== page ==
MCAT Biology

Prokaryotic Cells

MCAT Biology > Cells > Prokaryotic Cells

Background

Prokaryotes are simple organisms that contain no membrane bound organelles. These simple organisms are commonly known as bacteria, viruses and bacteriophages. A few specific examples of prokaryotic cells cyanobacteria and archaebacteria. Prokaryotic cells only contain a small amount of DNA

Prokaryotic Cells - Prokaryotic Cell

They may also contain plasmids, which is a small ring that contains a few genes that may offer antibacterial resistance. The plasmid replicates independently of the genome and is not a vital structure. This allows prokaryotic cells such as bacteria to have a high degree of genetic variation and adaptability.

Prokaryotic Cells - Plasmid

Prokaryotes also have 50s/30s subunit ribosomes and have locomotion through their flagella

Asexual Replication

See Asexual Replication

Simple prokaryotic cells such as bacteria and viruses replicate asexually which means that they do not require a partner to make an offspring. Prokaryotic cells have many methods of creating genetically identical copies of themselves, and methods vary by organism. A few examples tested on the MCAT are:

Asexual vs. Sexual Replication

There are many key differences between asexual and sexual reproduction that you should know for the MCAT exam. Use the following table to learn the concepts for what is on the MCAT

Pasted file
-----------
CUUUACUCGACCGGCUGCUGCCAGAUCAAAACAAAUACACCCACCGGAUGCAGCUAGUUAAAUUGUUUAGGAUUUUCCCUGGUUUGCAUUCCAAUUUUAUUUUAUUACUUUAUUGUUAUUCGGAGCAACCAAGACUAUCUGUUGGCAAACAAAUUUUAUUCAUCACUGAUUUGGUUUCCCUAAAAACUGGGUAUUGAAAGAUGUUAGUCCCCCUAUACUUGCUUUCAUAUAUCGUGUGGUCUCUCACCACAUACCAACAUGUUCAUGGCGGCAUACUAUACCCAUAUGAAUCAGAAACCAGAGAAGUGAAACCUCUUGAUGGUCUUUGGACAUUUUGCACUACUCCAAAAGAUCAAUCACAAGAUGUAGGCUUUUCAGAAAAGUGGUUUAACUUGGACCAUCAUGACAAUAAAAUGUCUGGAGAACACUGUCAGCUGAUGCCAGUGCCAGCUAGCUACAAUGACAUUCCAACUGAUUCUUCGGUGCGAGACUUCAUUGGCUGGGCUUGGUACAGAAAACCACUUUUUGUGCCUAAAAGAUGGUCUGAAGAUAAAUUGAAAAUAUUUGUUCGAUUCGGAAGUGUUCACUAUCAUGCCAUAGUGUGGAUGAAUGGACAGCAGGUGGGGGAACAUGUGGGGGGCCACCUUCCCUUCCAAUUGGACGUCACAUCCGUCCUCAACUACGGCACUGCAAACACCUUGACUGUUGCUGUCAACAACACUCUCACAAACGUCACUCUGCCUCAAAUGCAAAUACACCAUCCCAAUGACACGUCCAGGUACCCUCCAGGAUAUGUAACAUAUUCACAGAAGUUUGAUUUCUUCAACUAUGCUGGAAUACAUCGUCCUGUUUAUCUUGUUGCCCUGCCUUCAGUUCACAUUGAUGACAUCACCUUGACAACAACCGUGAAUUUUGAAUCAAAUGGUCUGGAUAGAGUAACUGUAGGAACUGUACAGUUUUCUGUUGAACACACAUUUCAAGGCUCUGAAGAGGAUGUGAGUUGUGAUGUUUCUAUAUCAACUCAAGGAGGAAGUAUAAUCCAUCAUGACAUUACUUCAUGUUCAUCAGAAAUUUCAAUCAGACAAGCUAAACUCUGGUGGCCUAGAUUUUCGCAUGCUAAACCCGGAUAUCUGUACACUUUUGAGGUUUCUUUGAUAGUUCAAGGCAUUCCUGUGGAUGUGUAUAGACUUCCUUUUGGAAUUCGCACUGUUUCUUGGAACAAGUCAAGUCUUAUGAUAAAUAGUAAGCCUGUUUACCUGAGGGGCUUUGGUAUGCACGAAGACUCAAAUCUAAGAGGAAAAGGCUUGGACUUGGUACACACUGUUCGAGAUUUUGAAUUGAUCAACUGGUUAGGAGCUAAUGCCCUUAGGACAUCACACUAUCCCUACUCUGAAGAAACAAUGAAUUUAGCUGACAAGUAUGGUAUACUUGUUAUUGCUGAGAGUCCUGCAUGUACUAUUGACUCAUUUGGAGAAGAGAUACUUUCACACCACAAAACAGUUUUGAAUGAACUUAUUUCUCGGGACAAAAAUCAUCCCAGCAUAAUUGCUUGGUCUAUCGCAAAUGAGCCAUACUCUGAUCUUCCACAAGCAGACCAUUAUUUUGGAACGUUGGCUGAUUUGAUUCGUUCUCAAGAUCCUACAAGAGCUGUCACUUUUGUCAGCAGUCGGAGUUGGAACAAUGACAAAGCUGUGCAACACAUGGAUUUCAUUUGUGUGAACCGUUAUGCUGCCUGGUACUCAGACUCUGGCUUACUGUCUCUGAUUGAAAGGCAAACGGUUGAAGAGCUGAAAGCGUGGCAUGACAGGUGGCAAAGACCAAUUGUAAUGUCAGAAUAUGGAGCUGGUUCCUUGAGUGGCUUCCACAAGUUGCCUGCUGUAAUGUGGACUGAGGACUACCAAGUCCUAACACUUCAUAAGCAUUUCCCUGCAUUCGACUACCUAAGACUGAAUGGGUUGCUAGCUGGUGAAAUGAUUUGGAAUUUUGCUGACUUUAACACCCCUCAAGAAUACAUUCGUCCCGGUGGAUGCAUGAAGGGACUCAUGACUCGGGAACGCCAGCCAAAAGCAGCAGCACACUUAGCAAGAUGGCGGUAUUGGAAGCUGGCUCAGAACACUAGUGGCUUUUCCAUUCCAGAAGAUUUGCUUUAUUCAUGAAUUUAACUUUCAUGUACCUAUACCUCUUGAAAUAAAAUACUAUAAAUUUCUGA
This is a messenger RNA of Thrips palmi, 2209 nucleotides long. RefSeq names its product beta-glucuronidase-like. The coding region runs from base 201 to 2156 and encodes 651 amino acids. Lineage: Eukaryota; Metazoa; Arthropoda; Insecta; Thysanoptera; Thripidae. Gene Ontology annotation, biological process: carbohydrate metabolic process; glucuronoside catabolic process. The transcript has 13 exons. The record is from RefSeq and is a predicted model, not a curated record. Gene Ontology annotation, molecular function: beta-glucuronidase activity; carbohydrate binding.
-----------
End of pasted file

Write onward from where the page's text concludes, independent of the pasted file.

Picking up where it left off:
Feature Asexual Reproduction Sexual Reproduction
Parents Required One Parent Two Parents
Type of Replication Binary Fission, Budding, Regeneration, Parthenogenesis Meiosis
Occurs In Lower Organisms Invertebrates and Vertebrates
Genetic Variation Identical (only some mutations) Unique Genetic Material (Fundamental for Evolution)
Sex Cells Required or Formed? No Yes (Gametes)
Time Efficient Yes No
Energy Required Small Amount More Energy Required
Number of Offspring Produced 2+ 1+

Bacteria

See Bacteria

There are two types of bacteria, spherical (cocci) and rod shaped (bacilli). Instead of having a nucleus, prokaryotes have a nucleoid region, which is simply DNA supercoiled around histones floating together in the cytoplasm.

A common example of a bacteria is the cyanobacteria.

Bacteria can be classified into 2 main types based on their morphology. These are bacilli and cocci. Bacilli bacteria have a more oval and oblique shape while cocci bacteria have a more spherical and rounded shape.

Bacterial Genetics

See Bacterial Genetics

Plasmids

See Plasmids

Viruses

See Viruses

Bacteriophages

See Bacteriophages

Bacteria vs. Viruses

See Bacteria vs. Viruses

There are many differences between bacteria and viruses. Use this table to see a side by side comparison.

Click here to see the differences between prokaryotic and eukaryotic cells.

Or...

Click here to move onto eukaryotic cells.

Prokaryotic Cells

Prokaryotic Cells Topics

MCAT Biology

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